• In between each thematic or music sequence, a generative system should create some constantly renewing sound sequences from the original recordings. These sequences combine the different kinds of sounds and play all day long - interspersed with silences between each sequence - to create a sort of “sound fountain”.
    • The system should be able to host external sound sources - from live musicians or audio sources for a guest dance performance, for example.
    • The system should be able to host future works from other sound artists and composers, allowing a for the creation of a unique and growing contemporary music repertoire which would provide the basis of a form of nightly electro-acoustic concerts.
    • The system should take advantage of this particular space and provide interesting audio spatialization effects, of course.
    In 2009, 58 speakers (providing a 52.6 horizontal audio system!) were installed in the ground of the main courtyard of the Central Pavilion. The speaker system is interconnected by four kilometers of cables that connected the speakers up to a central control location that includes 32 amplifiers, 3 soundboards and one main computer. The entire software system was written in Max.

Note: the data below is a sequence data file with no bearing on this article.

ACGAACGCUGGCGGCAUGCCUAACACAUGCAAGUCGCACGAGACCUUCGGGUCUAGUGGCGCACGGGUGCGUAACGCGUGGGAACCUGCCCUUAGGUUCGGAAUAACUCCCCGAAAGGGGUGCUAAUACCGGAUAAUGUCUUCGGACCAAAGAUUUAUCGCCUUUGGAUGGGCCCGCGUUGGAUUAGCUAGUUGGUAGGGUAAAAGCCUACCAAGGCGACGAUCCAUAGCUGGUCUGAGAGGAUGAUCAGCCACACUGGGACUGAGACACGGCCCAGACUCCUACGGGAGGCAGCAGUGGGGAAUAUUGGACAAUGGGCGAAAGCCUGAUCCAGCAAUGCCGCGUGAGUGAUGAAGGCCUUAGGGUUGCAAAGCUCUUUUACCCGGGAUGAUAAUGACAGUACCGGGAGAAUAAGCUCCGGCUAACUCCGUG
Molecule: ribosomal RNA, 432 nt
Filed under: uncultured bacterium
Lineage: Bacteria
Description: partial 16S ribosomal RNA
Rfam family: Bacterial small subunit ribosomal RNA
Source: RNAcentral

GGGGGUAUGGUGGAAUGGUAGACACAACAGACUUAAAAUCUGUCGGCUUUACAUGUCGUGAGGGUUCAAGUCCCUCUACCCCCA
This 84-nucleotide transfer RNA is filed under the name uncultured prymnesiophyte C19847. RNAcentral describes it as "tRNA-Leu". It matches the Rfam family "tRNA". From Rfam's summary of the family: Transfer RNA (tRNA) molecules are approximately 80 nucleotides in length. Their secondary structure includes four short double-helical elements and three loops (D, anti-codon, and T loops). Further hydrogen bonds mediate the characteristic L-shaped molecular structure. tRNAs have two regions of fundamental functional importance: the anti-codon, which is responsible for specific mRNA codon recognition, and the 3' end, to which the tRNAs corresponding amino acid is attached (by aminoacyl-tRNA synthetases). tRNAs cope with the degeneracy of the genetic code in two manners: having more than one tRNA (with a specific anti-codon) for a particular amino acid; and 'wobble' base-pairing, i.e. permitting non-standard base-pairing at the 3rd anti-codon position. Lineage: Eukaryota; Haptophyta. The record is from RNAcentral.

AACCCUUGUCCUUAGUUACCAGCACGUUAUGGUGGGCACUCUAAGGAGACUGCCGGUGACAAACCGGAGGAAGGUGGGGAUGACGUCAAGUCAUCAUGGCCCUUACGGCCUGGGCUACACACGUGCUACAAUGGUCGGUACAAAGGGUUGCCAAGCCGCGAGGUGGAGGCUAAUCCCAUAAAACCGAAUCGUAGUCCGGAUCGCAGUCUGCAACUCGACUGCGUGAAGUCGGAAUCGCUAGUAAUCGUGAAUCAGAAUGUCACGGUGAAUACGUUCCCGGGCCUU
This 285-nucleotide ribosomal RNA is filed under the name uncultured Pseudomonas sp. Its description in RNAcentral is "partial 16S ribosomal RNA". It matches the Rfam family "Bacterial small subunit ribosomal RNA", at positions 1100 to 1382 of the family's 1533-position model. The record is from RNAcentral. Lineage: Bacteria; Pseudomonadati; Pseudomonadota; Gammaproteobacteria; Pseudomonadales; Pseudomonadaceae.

While Jean-Christophe was the original creator of the sound courtyard, Manuel Poletti joined him in the project as a Max programmer and audio spatialization specialist, creating both the software architecture and control. The required features took a total of three months to program.
    Since its opening in 2010, the Max patch has played every single day, and has never crashed, while the staff still love their improvising Sound Courtyard - Even after seven years of daily and almost continuous sound, the staff of the Familistère de Guise still love their improvising Sound Courtyard!

    Sound Spatialization

    The music software projects multichannel sound into the courtyard - a total of 16 audio sources may be spatialized over 52 audio channels. Sound distribution of each of the 16 sources is achieved using a simple audio matrix along with additional reverb effects.
    The audio routing of a sound source can be set using a graphical matrix that represents each speaker - either by hand, by using some dedicated tools like IRCAM’s Spat, or even a custom granular spacing model. These three models of audio spatialization may be applied to a particular sound source:
    1. Free: you may just “place" a sound in the space (i. e. a speaker) by selecting one or several sliders in the matrix and setting the volume.